In 2001, GWC and another non-profit organization, the Coalition for Humane Immigrant Rights of Los Angeles (CHIRLA) took up the cause of 19 garment workers who claimed they were being exploited by their employers who failed and refused to pay them minimum wage and overtime, denied them meal and rest breaks and required them to work in facilities which were poorly lit and ventilated, filled with fabric dust, infested with rats and vermin and lacked accessible fire exits. The manufacturers who employed these workers were all located in Los Angeles and produced garments sold by Fashion 21. After unsuccessfully attempting to negotiate an agreement with Fashion 21 to accept responsibility for, and pay its proportionate share of, the wages allegedly due these workers GWC and CHIRLA went public with their concerns over the workers’ treatment. This included staging demonstrations in front of Fashion 21′s stores, issuing press releases and posting web site articles describing the workers’ plight and calling on Fashion 21 to pay these workers.
Fashion 21 brought an action against GWC and CHIRLA claiming, among other things, the defendants defamed it by proclaiming in their demonstrations, leafleting, press releases and web site postings Fashion 21 owed these workers substantial amounts of unpaid wages and other employment benefits for sewing clothes bearing its “Forever 21″ clothing label. These statements were false and made with malice, Fashion 21 contended, because defendants were well aware none of the complaining garment workers were ever employed by Fashion 21. GWC and CHIRLA maintain their statements regarding Fashion 21′s liability for the workers’ wages are true based on the California Labor Commissioner’s interpretation of sections 2671 and 2673.1 of the Labor Code which makes persons engaged in “garment manufacturing” liable for payment of wages to employees of the companies with whom they contract to have garment operations performed. [FN 4]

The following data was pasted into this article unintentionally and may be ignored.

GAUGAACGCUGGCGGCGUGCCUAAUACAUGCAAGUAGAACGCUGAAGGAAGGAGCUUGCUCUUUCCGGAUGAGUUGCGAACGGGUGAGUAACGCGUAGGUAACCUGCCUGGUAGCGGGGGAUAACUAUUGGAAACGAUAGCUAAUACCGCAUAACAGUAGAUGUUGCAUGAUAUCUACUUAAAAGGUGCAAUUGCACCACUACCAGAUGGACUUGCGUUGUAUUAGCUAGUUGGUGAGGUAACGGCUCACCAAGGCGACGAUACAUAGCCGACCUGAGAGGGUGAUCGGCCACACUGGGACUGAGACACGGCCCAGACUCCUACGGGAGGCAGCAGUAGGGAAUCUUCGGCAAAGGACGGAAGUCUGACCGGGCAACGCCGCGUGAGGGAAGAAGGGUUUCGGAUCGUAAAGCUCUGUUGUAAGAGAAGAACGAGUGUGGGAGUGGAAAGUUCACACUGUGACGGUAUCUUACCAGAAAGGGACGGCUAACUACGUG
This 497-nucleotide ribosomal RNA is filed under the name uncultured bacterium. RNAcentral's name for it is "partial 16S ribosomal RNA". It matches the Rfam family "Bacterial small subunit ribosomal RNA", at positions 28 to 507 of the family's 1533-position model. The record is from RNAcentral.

[FN 4] We discuss Fashion 21′s liability under these statutes in our companion decision Fashion 21 v. Coalition for Humane Immigrant Rights of Los Angeles (B163114), — Cal.Rptr.3d —-, 2004 WL 843610 (2004).
GWC and CHIRLA filed separate motions to strike Fashion 21′s complaint as a SLAPP suit on the grounds the complaint arose from their exercise of their First Amendment right of free speech in connection with a public issue and Fashion 21 could not establish a reasonable probability of prevailing on the merits.
Although both SLAPP motions essentially raised the same issues they took divergent paths. CHIRLA’s motion proceeded directly to a hearing on the merits and was denied. [FN 5] GWC’s motion, however, was continued to permit Fashion 21 to conduct limited discovery on the issue of whether GWC made the allegedly defamatory statements with actual malice. The trial court’s order allows Fashion 21 to depose GWC employees Lo and Lee for up to three hours each.
[FN 5] We reversed the order denying CHIRLA’s motion in Fashion 21 v. Coalition for Humane Immigrant Rights of Los Angeles, supra.
GWC seeks a writ of mandate directing the trial court to vacate its discovery order. We issued an order to show cause and stayed further proceedings in the trial court. We now grant the petition for the reasons explained below.
“[T]he common features of SLAPP suits are their lack of merit and chilling of defendants’ valid exercise of free speech and the right to petition the government for a redress of grievances…. Section 425.16 was intended to address those features by providing a fast and inexpensive unmasking and dismissal of SLAPP’s.” [FN 6] At the same time, the anti-SLAPP procedures were designed so that legitimate claims were not dismissed merely because they were tested at an early stage in the proceedings when the plaintiff had only a limited opportunity to conduct discovery. [FN 7]